US7147863B2 - UVA (> 360-400) and UVB (300-325) specific sunscreens - Google Patents

UVA (> 360-400) and UVB (300-325) specific sunscreens Download PDF

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US7147863B2
US7147863B2 US09/900,535 US90053501A US7147863B2 US 7147863 B2 US7147863 B2 US 7147863B2 US 90053501 A US90053501 A US 90053501A US 7147863 B2 US7147863 B2 US 7147863B2
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uva
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Gary J. Fisher
John J. Voorhees
Sewon Kang
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University of Michigan
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    • AHUMAN NECESSITIES
    • A61MEDICAL OR VETERINARY SCIENCE; HYGIENE
    • A61QSPECIFIC USE OF COSMETICS OR SIMILAR TOILET PREPARATIONS
    • A61Q17/00Barrier preparations; Preparations brought into direct contact with the skin for affording protection against external influences, e.g. sunlight, X-rays or other harmful rays, corrosive materials, bacteria or insect stings
    • A61Q17/04Topical preparations for affording protection against sunlight or other radiation; Topical sun tanning preparations
    • AHUMAN NECESSITIES
    • A61MEDICAL OR VETERINARY SCIENCE; HYGIENE
    • A61KPREPARATIONS FOR MEDICAL, DENTAL, OR TOILET PURPOSES
    • A61K8/00Cosmetics or similar toilet preparations
    • A61K8/18Cosmetics or similar toilet preparations characterised by the composition
    • A61K8/30Cosmetics or similar toilet preparations characterised by the composition containing organic compounds
    • A61K8/33Cosmetics or similar toilet preparations characterised by the composition containing organic compounds containing oxygen
    • A61K8/35Ketones, e.g. benzophenone
    • AHUMAN NECESSITIES
    • A61MEDICAL OR VETERINARY SCIENCE; HYGIENE
    • A61KPREPARATIONS FOR MEDICAL, DENTAL, OR TOILET PURPOSES
    • A61K8/00Cosmetics or similar toilet preparations
    • A61K8/18Cosmetics or similar toilet preparations characterised by the composition
    • A61K8/30Cosmetics or similar toilet preparations characterised by the composition containing organic compounds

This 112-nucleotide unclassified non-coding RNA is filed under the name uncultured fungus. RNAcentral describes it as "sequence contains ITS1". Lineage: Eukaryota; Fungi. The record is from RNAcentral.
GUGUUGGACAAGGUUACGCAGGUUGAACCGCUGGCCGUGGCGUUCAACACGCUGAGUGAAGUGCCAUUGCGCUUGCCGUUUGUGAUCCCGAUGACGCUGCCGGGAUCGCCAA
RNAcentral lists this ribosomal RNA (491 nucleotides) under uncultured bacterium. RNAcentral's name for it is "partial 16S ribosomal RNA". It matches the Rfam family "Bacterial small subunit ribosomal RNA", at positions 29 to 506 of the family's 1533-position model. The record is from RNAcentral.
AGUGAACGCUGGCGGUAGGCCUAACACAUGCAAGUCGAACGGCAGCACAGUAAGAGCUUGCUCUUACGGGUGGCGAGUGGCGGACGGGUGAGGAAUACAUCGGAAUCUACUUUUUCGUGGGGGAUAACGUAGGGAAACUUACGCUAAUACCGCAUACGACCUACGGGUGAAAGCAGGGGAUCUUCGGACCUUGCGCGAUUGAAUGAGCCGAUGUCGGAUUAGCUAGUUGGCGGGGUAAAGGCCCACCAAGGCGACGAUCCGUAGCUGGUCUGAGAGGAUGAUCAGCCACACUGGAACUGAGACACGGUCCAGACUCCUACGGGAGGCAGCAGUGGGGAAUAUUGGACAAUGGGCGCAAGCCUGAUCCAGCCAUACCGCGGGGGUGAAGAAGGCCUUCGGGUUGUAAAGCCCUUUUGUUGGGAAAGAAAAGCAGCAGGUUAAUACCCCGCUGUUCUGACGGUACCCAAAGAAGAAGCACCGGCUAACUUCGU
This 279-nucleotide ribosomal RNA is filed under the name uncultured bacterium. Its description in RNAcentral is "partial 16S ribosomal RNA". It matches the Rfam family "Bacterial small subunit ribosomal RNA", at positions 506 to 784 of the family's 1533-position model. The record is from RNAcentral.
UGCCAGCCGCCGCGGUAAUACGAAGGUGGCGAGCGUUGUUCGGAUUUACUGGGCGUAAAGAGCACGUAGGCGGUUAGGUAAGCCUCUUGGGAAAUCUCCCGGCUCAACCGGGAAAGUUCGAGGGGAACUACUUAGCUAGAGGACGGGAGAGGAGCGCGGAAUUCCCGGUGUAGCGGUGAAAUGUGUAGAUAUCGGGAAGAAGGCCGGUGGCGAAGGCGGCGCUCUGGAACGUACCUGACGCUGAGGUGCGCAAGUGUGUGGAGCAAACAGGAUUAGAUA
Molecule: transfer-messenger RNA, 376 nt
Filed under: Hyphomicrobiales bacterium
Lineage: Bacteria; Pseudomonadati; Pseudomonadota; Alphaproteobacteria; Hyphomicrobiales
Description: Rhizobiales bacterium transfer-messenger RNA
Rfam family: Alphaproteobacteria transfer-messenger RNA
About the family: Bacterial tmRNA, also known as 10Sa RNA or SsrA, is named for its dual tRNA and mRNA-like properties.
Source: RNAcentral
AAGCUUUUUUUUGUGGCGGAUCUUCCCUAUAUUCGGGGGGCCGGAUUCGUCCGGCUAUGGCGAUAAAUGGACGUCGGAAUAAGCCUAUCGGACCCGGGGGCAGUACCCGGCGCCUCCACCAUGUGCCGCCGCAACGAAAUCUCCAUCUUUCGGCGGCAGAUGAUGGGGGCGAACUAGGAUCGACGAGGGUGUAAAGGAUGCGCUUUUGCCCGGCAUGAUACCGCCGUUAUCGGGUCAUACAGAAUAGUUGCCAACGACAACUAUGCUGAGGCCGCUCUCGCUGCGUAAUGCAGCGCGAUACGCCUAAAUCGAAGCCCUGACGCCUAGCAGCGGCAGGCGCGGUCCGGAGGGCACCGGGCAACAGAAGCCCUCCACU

• A61K8/33Cosmetics or similar toilet preparations characterised by the composition containing organic compounds containing oxygen
    • A61K8/37Esters of carboxylic acids

Abstract

UVB radiation of about 300-310 nm wavelength and UVA radiation of about 380-390 nm wavelength, each of which exists in solar light, induces MMPs (matrix metalloproteinases) in human skin that degrade the collagen of the dermal matrix. This degradation contributes to photoaging of human skin, which can be prevented by blocking these wavelengths of solar radiation. In contrast, diseases that result in the overproduction of collagen can be treated by exposing the affected with to radiation having wavelengths in those regions, for these wavelengths not only induce MMPs but also inhibit collagen biosynthesis. For lighter skinned people so affected, the UVA wavelengths are preferred because of the reduced amount of erythema, whereas dark skinned people can be treated with the UVB radiation because they generally do not suffer from erythema.

Description

RELATED APPLICATIONS

This application is based on provisional application No. 60/216,244, filed Jul. 6, 2000, the disclosure of which is incorporated herein by reference.

BACKGROUND OF THE INVENTION

1. Field of the Invention

This invention relates to sunscreens that absorb specific wavelengths that we have found induce destructive enzymes in the skin, and to the use of these specific wavelengths in treating skin conditions.

2. The State of the Art

With regard to photodamage to skin from the sun, the prevailing view is now that both UVB and UVA radiation should be blocked to prevent damage to the skin. It has been known for some time that UVB, while enabling the skin to produce Vit. D3, nevertheless also produces erythema (sunburn). If the UVB radiation reaches a threshold dose level termed the minimum erythemal dose (MED), then sufficient UVB radiation has been delivered to the skin to cause visible erythema. UVA radiation is orders of magnitude less erythmogenic than UVB radiation, but is nevertheless damaging to the skin. The art generally considers the damaging regions to be 280-320 nm for UVB, and 320-360 nm for UVA. UVB sunscreens are typically evaluated by their ability to prevent erythema, and that is how the Sun Protection Factor (SPF) is typically defined. Although less erythmogenic, UVA sunscreens are often tested in the same manner, or analogously to determine whether the compound screens against induction of pigment in the skin upon UVA exposure. See generally, Sunscreens: Development, Evaluation, and Regulatory Aspects, ed. by N. J. Lowe et al. (New York: Marcel Dekker, Inc., 1997), the disclosure of which is incorporated herein by reference.